ROME (CNS): With her hair dyed an unnatural shade of red and a thin green shawl draped over her, Carmelite Sister Begona Arroya stands out among nuns in a convent overlooking St Peter’s Square.
But when she is ministering in southern Spain to prostitutes from all over the world, she blends right in.
“I dress so I won’t intimidate the women I need to reach,” Sr Begona, 41, said with a smile. “I have no office, just a cell phone and a car.”
Good Shepherd Sister Magdalena Barsan Bilibok, 28, of Romania is studying in Italy. She participates in a street outreach group in Rome that befriends exploited women.
“There are places in Rome where men in cars come to buy sex and there are many, many women, all from foreign countries, lined up to go with them,” said Sr Magdalena. “Of course, pimps are behind almost all the girls on the streets.
“It is so terrible. The girls get in the car, and when they come back, most look completely gone, like they don’t exist, they are destroyed by this,” she said.
“We talk to them and pray with them. We serve them hot tea.”
Consolata Sister Eugenia Bonetti, who spent 24 years in Kenya before returning to Italy “as a missionary in my own country,” recalled the words of a woman who sought shelter in a safe house run by women religious.
“She said, ‘They destroyed my life.’ And she repeated it, ‘They destroyed my life.’ And a third time, again. Every word was like a bomb,” said Sr Eugenia.
Srs Begona and Magdalena shared their experiences and knowledge of prostitution and human trafficking with women religious from around the world who gathered in Rome in mid-October to consider their unique role in confronting sex trafficking.
The conference was funded by the US Department of State and was organised by the US Embassy to the Vatican and the Italian Union of Major Superiors.
The nuns created a new organisation, the International Network of Religious Against Trafficking in Persons.
Under the guidance of Sr Eugenia, who has emerged as a world leader fighting human trafficking, participants presented detailed assessments of trafficking trends in their countries, as well as strategies to prevent women and girls from being lured into prostitution.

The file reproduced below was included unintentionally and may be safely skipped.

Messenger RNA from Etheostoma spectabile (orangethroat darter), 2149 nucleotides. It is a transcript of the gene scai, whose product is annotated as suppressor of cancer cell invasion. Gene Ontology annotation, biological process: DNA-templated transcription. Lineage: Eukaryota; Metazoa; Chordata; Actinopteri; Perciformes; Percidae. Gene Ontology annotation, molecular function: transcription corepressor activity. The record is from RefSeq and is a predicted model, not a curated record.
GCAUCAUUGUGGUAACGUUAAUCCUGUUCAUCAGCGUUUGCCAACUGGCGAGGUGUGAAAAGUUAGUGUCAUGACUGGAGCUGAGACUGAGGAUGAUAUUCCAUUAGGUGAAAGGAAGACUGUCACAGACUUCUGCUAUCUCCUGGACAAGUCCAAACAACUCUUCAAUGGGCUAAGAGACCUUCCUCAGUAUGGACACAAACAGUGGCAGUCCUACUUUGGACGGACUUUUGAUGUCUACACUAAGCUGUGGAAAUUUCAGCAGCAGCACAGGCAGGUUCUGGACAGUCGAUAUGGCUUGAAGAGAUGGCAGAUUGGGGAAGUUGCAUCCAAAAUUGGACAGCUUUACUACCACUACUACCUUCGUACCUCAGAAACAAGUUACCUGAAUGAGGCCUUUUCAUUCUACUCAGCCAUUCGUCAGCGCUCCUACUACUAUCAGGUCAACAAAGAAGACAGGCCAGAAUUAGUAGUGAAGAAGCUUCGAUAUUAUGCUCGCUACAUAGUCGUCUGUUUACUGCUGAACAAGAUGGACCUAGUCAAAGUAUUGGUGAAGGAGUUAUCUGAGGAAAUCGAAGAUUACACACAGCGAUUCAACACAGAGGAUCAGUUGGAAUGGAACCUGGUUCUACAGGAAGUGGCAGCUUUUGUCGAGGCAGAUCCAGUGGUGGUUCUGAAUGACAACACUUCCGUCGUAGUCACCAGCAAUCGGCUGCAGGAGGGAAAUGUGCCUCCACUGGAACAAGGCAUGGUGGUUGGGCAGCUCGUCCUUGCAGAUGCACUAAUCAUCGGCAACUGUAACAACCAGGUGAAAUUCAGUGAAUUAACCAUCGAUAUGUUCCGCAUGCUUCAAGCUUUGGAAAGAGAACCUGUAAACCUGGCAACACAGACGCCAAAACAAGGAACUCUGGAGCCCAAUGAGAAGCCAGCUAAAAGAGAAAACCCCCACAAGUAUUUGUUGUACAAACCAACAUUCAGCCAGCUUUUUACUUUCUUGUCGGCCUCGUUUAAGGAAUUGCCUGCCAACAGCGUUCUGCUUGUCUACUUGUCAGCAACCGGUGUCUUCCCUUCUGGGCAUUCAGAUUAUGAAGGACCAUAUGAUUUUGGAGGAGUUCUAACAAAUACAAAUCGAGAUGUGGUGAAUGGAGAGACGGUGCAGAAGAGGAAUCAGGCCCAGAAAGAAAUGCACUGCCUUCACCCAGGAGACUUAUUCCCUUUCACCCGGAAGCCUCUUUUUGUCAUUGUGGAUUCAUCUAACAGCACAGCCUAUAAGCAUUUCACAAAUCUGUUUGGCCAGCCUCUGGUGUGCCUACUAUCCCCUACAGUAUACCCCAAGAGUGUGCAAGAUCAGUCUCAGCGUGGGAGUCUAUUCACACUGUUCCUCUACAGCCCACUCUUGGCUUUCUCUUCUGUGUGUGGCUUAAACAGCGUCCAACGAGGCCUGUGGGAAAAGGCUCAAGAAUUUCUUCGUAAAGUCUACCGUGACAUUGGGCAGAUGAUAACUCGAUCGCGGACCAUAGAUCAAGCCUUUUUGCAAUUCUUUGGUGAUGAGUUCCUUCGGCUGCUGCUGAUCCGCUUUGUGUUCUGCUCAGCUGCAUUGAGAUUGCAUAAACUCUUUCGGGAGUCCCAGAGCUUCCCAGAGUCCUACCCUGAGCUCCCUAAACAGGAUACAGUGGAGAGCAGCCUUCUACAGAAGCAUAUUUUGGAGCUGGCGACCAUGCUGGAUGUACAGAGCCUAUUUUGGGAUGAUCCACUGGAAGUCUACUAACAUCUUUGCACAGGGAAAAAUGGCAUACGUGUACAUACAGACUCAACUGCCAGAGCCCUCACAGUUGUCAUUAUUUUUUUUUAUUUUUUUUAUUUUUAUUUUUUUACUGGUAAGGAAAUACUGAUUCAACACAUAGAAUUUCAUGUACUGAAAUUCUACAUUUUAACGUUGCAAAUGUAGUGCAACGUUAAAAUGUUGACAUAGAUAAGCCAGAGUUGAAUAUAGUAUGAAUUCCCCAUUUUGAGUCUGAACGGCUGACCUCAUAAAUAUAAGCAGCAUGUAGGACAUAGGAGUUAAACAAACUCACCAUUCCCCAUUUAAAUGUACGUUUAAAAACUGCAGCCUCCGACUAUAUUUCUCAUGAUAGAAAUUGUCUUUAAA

Many of the participants had been engaged in activities to help people in prostitution – men as well as women – for decades.
In the Paris neighbourhood of Pigalle in the 1970s, Sr Magdalena was part of a group of nuns and a priest who converted a brothel into a bar and restaurant to become integrated in the community and serve its spiritually needy residents.
“Our goal was to give compassion to women in violent situations. We helped hundreds of people,” she said.
“I will always remember one woman in particular, from Gabon. She was involved in drugs and prostitution, deeply despairing.
“After a few years, we helped her find her birth father, and we helped her find a new job. She’s a flight attendant, with a child today.”
In Colombia, a New Zealand nun who identified herself as Sr Mary said she teaches English six hours a day to raise money for her real job.
“I serve the girls and transvestites in the street, dear,” said the youthful looking 65-year-old.
“I love what I do. They are so badly, badly mistreated.”
Sr Mary, a Marist, exemplifies the ability of the nuns to withhold personal judgment of the prostitutes while rejecting those who enslave them.
“The drug lords own the sex clubs that drag these vulnerable people into a life that is very hard to escape,” said Sr Mary.
She said she hopes Colombian church leaders will do more to confront sex traffickers.
“Many of them are Catholic and know our priests through the sacraments. We should use our influence to tell them to stop exploiting people in sex,” she said.
Sr Eugenia said women religious have a long history of reaching out to people in distress, especially women and children.
Some congregations, for example, Spain’s Sisters of Adoration, Slaves of the Blessed Sacrament, were founded specifically to confront the abuse and social exclusion suffered by women in prostitution.
“We have a unique charism to be the good Samaritan. Women religious will reactivate our communities through our commitment to protecting human dignity, fighting human trafficking,” Sr Eugenia told the nuns gathered in Rome.
“We must be silent witnesses of personal suffering but eloquent denouncers of social injustice,” she said.